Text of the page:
In Memory

David Dukes

David Dukes

L-R: David Dukes in Bent ; Amadeus; and M. Butterfly

Broadway Actor David Dukes 11 Oct 2000 L-R: David Dukes in Bent ; Amadeus; and M. Butterfly L-R: David Dukes in Bent ; Amadeus; and M. Butterfly Photo by Photos by James Hamilton (Bent) and Martha Swope (Amadeus) The respected Broadway, film and TV actor David Dukes died Oct. 9 near Tacoma, WA, after collapsing on his day off from filming a TV miniseries, according to wire reports. The respected Broadway, film and TV actor David Dukes died Oct. 9 near Tacoma, WA, after collapsing on his day off from filming a TV miniseries, according to wire reports. The Tony Award-nominated actor, remembered for turns in Broadway's Bent (which earned him a Best Featured Actor nom), Dracula, Amadeus, Someone Who'll Watch Over Me and Arthur Miller's Broken Glass, was 55 years old. Although Reuters reported he apparently suffered a heart attack on the set of a TV miniseries, Stephen King's "Rose Red," The Los Angeles Times reported he collapsed at a sports center on his day off. Efforts to revive him at a local hospital were unsuccessful. Ed Duke of the Pierce County medical examiner's office to the L.A. Times the cause of death was an apparent heart attack. There were reportedly several days of shooting left in the miniseries, in which Mr. Dukes played an evil professor.A production statement said producers were "considering the creative options for the scenes he had yet to shoot," the L.A. Times reported. Mr. Dukes' TV credits include "The Winds of War" and "War and Remembrance," and recently "Dawson's Creek," in which he played Mr. McPhee, a parent who struggled with his son's homosexuality. Advertisement Mr. Dukes appeared in 35 motion pictures, including "Gods and Monsters," Neil Simon's "Only When I Laugh," "Me and the Kid" and many TV movies, including "The Josephine Baker Story," "Cat on Hot Tin Roof" (in 1985) and "And the Band Played On." He was also a regular on the TV series "Sisters" and "The Mommies." On Broadway, he replaced John Lithgow in the provocative political drama, M. Butterfly, acted with Richard Gere in the Nazi war camp play Bent and famously replaced Ron Silver in a Broadway-bound regional staging of Miller's Broken Glass in 1994, when Silver suddenly exited the production at the Long Wharf Theatre in New Haven, CT. He received a Tony nomination for his work in Bent. A San Francisco native, Mr. Dukes made his Broadway debut in School for Wives in 1971. Broadway roles in The Play's the Thing, Don Juan, The Visit, Chemin de Fer, Holiday, Rules of the Game, Love for Love and Travesties followed. In July and August 2000, Mr. Dukes appeared in Art, under the direction of Judd Hirsch, at Maine's Ogunquit Playhouse. He acted in a radio version of the play, A Fair Country in Los Angeles in 1998. His wife, the writer Carol Muske-Dukes, survives him, as do two children. Muske-Dukes recently penned a New York Times article about what is was like to be married to an actor. She observed that Dukes was often remembered — unfortunately — for playing a rapist who attacked Edith Bunker on TV's "All in the Family." The piece appeared in The Times' Sunday Magazine March 19, 2000, under the headline, "I Married the Ice-Pick Killer." — By Kenneth Jones

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04/03/13 06:27 PM #1    

Tom Graff (Graefe)


I worked with David in high school and he saved my bacon with his relaxed demeanor on stage. When others forgot their lines David would re-write them in his head and then act out the dialogue so I could keep going. Most of my lines were jokes and he had to feed me the straight line, but, wow, was he a walking genius. He thrived on that Redwood High stage! [Tom Graefe]


Carol Muske, David's wife is a USC professor of English and creative writing. This great essay first appeared in the NYTimes and was adapted from ''A Poet in Hollywood,'' a collection of her work.


Lives; I Married the Ice-Pick Killer

By Carol Muske

Published: March 19, 2000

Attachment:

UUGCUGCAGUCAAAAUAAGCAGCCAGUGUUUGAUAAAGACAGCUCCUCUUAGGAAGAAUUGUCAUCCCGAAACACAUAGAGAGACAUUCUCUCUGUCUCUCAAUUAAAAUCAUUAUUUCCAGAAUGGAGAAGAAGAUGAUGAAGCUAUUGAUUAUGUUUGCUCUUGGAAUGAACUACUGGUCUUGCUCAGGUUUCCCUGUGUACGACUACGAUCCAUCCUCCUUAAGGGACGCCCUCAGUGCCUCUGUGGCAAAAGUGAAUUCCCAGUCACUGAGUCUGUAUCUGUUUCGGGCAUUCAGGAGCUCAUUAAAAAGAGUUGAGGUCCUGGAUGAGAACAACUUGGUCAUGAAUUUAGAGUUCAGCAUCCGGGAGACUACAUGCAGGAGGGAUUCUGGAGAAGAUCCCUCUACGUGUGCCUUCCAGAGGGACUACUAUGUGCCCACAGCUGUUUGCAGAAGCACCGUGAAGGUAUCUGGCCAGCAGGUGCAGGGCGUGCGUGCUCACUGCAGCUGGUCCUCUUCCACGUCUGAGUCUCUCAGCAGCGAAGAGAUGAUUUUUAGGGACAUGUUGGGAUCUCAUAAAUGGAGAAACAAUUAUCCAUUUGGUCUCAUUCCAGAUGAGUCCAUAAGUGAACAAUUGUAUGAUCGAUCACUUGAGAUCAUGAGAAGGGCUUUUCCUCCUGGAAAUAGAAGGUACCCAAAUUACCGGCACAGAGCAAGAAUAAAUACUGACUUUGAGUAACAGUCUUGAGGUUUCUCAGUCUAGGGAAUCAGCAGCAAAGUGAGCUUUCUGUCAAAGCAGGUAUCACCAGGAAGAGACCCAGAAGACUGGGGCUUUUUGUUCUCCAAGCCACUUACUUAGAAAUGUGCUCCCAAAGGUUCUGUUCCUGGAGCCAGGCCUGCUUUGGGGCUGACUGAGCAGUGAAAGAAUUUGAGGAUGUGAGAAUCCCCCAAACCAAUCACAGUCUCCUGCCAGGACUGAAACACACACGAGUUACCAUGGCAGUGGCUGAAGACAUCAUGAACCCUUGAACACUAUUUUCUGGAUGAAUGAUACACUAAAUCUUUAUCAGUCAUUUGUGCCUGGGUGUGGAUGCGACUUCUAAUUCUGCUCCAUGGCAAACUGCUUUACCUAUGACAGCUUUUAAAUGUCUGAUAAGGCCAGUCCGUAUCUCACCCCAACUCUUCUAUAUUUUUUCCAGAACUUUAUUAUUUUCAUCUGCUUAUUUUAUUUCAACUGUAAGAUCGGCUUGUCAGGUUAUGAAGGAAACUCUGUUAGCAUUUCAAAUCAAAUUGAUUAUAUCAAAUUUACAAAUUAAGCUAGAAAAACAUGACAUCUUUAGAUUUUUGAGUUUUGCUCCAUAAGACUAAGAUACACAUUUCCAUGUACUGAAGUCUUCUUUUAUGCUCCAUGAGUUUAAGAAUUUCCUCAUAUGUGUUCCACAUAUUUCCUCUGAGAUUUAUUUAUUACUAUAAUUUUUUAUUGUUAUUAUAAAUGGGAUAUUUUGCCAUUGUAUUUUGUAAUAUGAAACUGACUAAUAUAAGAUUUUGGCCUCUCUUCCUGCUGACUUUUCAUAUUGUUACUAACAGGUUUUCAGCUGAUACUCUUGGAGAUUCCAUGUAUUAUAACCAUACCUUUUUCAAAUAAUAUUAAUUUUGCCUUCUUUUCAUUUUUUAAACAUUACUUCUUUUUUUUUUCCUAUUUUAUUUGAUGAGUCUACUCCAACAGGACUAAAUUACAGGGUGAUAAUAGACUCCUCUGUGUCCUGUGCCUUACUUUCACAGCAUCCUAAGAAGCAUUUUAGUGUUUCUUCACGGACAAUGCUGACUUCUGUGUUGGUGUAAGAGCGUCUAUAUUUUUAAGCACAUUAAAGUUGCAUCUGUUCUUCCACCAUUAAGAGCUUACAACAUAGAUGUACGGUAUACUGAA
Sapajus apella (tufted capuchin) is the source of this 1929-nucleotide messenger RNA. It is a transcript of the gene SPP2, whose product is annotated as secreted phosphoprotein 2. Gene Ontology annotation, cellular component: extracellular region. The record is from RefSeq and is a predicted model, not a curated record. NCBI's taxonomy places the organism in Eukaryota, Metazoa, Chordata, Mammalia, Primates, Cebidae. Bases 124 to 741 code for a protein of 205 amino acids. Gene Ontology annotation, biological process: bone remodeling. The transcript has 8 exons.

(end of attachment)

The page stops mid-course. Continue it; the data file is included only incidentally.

Arriving late to a dinner party a while back, my husband and I approached the dining room, where people were already seated. A woman rose up from her chair, pointed a finger at David and cried, ''My God, you're the one who raped Edith Bunker!''I glanced at him. He'd already been established as a cross-dresser, and he'd confessed to Frank Sinatra, of all people, that he was the ice-pick killer. My husband smiled calmly. ''I didn't rape her,'' he explained. ''I tried, but she hit me in the face with a hot cake from the oven.''My husband is an actor, in case you haven't already guessed. And of all the strange marriages I've witnessed in my life (competitors in politics or business, for instance, or lovey-dovey Siamese-twin-like unions), none come close to the existential challenge of life with a thespian.The day of our wedding I knew I had not only married an actor, I had also married an actor's life -- and thereby taken a role in a ''partnership'' akin to that between an orbiting astronaut and Mission Control. As I waved goodbye to my new mate, hurrying off from the reception to his evening performance as Salieri in ''Amadeus,'' I realized I was waving goodbye to the way I'd lived up till then -- as a poet and teacher of writing, a life that had provided me with a modicum of control over my own fate.David has likened actors to wallflowers at a prom, waiting for a producer or agent to ask them to dance. But once gestured to, the actor leaps up, tangoing on table tops, belting out show tunes, ripping off his spectacles, crying, ''Yes, yes, yes!'' Living with an actor is like living with someone who keeps getting kidnapped. And longs to be kidnapped.At 10 in the morning, he's lying on the couch groaning that he'll never work again. The phone rings, and a few hours later, he's throwing that last pair of socks into his suitcase and flying off -- to where? Toronto? Prague? Buenos Aires? He'll call when he gets there. I gave birth to our daughter, Annie, on a mini-series schedule. David was on a 10-day break at the time, affording us a brief, golden moment at home. But when production resumed on the opposite coast, he was gone.I was stunned and resentful when he left. Then, after years of trying to plan vacations, birthday celebrations and travel for my own work around his constantly changing schedule, I began to understand that a job is more than just a job to an actor. It is more than the money or fame. It is the chance for transformation. As a writer, I rely on words to create a voice, an identity. But an actor goes a step further -- he or she literally embodies the voice, the created self. This can make acting seem less like a career and more like a proactive search for psychosis.Unlike mad poets, actors often confront their psychoses in luxurious settings: over catered meals, with gofers at the ready, in the pseudo-intimate atmosphere of a television or film set. Not to mention the pseudo-intimate atmosphere of bigamy. David has been ''married'' to Lindsay Wagner, Mira Sorvino, Connie Sellecca and Jaclyn Smith, among others. He survived nicely a gender-bending liaison with B. D. Wong and a concentration-camp love affair with Richard Gere. Yet I ask myself, How many of these performers can compose a sestina? Can the young woman from Wardrobe who calls to ask me what size underwear David wears generate a triolet?Despite ostensible glamour, actors follow the crops like migrant laborers. The actor's spouse (male or female, though in these cases usually female) tags along -- for a while. Until the children reach school age (or until your own career interferes), it's possible, though not desirable, to live in hotel rooms around the world. Sooner or later, though, it becomes necessary to establish a parallel life -- and adjust to periods of absence. Daily long-distance phone calls, photos of sets and hotel rooms and ''travelogue'' letters can all soothe separation anxiety.Annie is now 16. She and I recently flew to London, where David was appearing in the play ''Art.'' She misses her father when he goes away, and he has been absent for a few important moments in her life. (Though she has caught a few of his performances -- starting at age 4, when she inadvertently saw his ice-pick-killer confession in the bathtub on TV and wept along with him.) Yet as we sit in the darkened theater and I see her bright face turned up toward the stage, I ask myself, How many children get to see Dad utterly, artfully reinvented before their eyes? And to recognize that this transformation is wondrous? And to know that wonder is what work can be, when the work is art and the art is your life?Carol Muske, a professor of English and creative writing at the University of Southern California, is married to the actor David Dukes. This essay is adapted from ''A Poet in Hollywood,'' a forthcoming collection of her work.